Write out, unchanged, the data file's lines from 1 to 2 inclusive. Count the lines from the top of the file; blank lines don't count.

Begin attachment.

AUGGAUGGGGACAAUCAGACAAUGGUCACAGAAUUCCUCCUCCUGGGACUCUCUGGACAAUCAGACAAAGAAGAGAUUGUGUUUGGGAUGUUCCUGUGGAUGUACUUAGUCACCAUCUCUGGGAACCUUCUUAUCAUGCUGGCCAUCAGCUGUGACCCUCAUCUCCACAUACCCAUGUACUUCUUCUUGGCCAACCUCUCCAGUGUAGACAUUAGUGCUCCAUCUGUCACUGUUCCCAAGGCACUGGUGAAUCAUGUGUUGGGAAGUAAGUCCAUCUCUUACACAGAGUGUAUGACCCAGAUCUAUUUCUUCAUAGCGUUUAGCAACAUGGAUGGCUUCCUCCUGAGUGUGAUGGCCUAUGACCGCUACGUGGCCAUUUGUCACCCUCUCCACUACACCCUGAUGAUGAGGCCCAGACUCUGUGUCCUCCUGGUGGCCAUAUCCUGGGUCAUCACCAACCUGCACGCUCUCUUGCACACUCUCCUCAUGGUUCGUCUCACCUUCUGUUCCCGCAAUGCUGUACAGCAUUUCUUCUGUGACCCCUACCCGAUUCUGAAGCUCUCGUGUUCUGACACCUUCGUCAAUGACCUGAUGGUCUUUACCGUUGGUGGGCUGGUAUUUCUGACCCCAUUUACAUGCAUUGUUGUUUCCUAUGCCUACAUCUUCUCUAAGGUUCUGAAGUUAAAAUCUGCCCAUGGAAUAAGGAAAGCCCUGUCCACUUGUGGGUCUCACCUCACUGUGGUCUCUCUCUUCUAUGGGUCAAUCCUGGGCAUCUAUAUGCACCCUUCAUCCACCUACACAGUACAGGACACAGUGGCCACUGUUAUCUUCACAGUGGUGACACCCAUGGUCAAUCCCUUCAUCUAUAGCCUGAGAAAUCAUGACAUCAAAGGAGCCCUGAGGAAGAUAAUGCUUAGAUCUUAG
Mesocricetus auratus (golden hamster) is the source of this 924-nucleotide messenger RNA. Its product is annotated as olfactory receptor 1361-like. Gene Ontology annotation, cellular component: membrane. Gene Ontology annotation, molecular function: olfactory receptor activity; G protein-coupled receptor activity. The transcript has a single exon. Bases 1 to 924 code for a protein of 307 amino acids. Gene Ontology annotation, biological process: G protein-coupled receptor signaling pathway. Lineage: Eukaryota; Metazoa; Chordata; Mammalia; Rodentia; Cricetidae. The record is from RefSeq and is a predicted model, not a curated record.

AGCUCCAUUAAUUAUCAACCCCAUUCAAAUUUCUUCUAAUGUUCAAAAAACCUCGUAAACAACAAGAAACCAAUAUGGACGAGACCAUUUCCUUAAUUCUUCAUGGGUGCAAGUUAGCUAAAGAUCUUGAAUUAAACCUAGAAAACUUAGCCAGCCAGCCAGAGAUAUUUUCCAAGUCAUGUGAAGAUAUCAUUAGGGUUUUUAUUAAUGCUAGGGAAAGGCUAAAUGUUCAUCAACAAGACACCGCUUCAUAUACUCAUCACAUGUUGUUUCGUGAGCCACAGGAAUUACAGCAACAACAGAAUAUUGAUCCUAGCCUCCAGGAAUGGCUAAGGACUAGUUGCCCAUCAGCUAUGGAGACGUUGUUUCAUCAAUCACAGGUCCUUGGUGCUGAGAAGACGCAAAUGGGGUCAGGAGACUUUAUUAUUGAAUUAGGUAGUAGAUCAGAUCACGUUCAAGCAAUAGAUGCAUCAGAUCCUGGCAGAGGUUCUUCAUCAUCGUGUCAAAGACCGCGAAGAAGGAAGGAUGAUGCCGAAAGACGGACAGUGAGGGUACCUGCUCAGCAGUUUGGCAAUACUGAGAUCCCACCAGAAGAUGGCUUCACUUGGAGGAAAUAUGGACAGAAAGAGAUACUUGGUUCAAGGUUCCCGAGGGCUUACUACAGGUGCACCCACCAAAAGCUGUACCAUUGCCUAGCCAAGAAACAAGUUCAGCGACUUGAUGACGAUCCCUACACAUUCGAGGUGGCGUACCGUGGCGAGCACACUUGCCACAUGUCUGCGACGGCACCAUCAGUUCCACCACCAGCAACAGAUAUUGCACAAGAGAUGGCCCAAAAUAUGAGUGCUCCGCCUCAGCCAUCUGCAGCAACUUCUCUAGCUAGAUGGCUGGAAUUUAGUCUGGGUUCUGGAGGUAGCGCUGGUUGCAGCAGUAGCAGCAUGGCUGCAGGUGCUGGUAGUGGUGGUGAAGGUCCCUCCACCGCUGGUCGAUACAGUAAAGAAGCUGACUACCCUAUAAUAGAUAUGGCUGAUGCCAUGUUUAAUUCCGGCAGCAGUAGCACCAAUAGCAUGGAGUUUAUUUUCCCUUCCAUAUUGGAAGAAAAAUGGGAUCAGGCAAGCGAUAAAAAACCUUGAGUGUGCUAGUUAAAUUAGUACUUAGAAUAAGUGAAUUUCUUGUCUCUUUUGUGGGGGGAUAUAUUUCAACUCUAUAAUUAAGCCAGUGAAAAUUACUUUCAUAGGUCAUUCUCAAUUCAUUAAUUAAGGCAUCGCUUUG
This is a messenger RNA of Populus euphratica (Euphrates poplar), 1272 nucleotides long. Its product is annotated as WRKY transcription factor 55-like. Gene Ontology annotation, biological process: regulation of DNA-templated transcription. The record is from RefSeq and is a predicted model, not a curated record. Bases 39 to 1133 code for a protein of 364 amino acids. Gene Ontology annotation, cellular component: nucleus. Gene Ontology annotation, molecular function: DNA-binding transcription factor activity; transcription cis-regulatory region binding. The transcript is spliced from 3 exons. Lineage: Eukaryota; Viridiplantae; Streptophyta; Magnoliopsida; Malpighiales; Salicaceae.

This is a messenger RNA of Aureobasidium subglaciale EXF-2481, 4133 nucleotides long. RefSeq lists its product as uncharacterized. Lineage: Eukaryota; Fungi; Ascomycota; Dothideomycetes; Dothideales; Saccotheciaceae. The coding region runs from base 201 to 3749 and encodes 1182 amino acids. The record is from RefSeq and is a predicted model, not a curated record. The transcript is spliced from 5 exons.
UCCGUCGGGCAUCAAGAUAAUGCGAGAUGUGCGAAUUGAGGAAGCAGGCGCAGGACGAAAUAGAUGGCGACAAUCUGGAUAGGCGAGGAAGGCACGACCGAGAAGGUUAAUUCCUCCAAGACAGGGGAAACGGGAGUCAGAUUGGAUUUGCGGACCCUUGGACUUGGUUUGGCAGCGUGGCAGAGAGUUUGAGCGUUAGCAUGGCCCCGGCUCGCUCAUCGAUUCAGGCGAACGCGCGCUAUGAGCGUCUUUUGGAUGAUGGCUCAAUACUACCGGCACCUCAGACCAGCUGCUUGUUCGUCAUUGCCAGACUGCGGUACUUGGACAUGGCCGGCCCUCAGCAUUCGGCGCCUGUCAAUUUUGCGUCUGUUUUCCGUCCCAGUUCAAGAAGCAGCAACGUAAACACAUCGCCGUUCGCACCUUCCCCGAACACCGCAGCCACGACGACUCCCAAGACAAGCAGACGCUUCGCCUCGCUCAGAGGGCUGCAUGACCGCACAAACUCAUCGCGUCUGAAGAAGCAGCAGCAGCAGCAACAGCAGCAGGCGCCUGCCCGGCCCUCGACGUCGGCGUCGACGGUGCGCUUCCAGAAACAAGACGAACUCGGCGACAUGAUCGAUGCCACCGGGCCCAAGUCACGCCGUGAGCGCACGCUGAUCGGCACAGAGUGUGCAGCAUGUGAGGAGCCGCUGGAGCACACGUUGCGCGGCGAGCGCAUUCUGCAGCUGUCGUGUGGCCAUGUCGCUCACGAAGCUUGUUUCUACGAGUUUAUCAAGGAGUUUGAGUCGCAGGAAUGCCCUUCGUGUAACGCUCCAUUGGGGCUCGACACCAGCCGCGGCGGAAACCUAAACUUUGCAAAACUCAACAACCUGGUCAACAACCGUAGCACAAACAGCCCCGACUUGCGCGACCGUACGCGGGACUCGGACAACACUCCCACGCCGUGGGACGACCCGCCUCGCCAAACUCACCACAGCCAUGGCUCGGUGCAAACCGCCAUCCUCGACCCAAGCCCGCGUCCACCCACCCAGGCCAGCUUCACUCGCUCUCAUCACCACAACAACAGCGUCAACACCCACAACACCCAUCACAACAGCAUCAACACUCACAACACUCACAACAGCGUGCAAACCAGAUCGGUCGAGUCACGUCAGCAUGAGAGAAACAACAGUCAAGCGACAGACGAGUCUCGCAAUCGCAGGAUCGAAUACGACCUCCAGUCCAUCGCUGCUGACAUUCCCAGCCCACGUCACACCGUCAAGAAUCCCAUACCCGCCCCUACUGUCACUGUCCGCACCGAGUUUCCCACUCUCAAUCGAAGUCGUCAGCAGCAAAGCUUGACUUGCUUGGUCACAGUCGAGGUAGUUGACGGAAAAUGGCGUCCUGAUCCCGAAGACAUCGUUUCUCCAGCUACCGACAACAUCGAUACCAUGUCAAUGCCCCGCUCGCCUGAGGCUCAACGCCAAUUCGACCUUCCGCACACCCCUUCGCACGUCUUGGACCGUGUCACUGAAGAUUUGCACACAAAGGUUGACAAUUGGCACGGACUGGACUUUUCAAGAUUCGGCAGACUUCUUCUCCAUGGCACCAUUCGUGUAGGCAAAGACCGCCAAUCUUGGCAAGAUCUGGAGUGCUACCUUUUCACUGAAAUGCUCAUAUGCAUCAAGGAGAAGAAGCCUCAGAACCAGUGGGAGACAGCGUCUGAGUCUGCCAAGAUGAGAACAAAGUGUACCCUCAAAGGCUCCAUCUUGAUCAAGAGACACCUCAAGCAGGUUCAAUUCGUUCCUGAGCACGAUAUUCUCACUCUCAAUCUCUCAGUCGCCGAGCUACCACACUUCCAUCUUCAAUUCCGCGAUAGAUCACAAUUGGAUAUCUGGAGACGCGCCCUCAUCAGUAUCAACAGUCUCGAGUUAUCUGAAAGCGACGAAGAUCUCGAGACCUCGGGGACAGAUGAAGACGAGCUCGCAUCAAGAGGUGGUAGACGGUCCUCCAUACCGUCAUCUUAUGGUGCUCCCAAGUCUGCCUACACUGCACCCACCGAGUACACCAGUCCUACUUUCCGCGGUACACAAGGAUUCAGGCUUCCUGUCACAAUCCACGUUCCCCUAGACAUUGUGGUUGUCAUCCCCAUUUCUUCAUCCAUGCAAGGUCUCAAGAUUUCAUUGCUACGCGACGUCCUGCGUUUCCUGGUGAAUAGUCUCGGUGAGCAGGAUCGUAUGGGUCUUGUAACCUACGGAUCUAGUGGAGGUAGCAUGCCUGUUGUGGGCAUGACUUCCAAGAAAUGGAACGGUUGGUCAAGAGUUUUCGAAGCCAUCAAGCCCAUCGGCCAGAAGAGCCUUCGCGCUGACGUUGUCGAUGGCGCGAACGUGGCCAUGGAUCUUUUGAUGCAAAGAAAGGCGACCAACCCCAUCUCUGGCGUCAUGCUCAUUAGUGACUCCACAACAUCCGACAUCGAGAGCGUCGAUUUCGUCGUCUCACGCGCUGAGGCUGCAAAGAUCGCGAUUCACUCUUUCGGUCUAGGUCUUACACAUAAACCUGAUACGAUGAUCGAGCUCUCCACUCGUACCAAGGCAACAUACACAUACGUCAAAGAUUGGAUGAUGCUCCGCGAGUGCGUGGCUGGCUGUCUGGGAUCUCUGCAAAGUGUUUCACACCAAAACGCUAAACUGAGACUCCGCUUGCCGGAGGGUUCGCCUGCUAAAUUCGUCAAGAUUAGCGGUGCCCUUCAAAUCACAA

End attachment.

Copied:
AUGGAUGGGGACAAUCAGACAAUGGUCACAGAAUUCCUCCUCCUGGGACUCUCUGGACAAUCAGACAAAGAAGAGAUUGUGUUUGGGAUGUUCCUGUGGAUGUACUUAGUCACCAUCUCUGGGAACCUUCUUAUCAUGCUGGCCAUCAGCUGUGACCCUCAUCUCCACAUACCCAUGUACUUCUUCUUGGCCAACCUCUCCAGUGUAGACAUUAGUGCUCCAUCUGUCACUGUUCCCAAGGCACUGGUGAAUCAUGUGUUGGGAAGUAAGUCCAUCUCUUACACAGAGUGUAUGACCCAGAUCUAUUUCUUCAUAGCGUUUAGCAACAUGGAUGGCUUCCUCCUGAGUGUGAUGGCCUAUGACCGCUACGUGGCCAUUUGUCACCCUCUCCACUACACCCUGAUGAUGAGGCCCAGACUCUGUGUCCUCCUGGUGGCCAUAUCCUGGGUCAUCACCAACCUGCACGCUCUCUUGCACACUCUCCUCAUGGUUCGUCUCACCUUCUGUUCCCGCAAUGCUGUACAGCAUUUCUUCUGUGACCCCUACCCGAUUCUGAAGCUCUCGUGUUCUGACACCUUCGUCAAUGACCUGAUGGUCUUUACCGUUGGUGGGCUGGUAUUUCUGACCCCAUUUACAUGCAUUGUUGUUUCCUAUGCCUACAUCUUCUCUAAGGUUCUGAAGUUAAAAUCUGCCCAUGGAAUAAGGAAAGCCCUGUCCACUUGUGGGUCUCACCUCACUGUGGUCUCUCUCUUCUAUGGGUCAAUCCUGGGCAUCUAUAUGCACCCUUCAUCCACCUACACAGUACAGGACACAGUGGCCACUGUUAUCUUCACAGUGGUGACACCCAUGGUCAAUCCCUUCAUCUAUAGCCUGAGAAAUCAUGACAUCAAAGGAGCCCUGAGGAAGAUAAUGCUUAGAUCUUAG
Mesocricetus auratus (golden hamster) is the source of this 924-nucleotide messenger RNA. Its product is annotated as olfactory receptor 1361-like. Gene Ontology annotation, cellular component: membrane. Gene Ontology annotation, molecular function: olfactory receptor activity; G protein-coupled receptor activity. The transcript has a single exon. Bases 1 to 924 code for a protein of 307 amino acids. Gene Ontology annotation, biological process: G protein-coupled receptor signaling pathway. Lineage: Eukaryota; Metazoa; Chordata; Mammalia; Rodentia; Cricetidae. The record is from RefSeq and is a predicted model, not a curated record.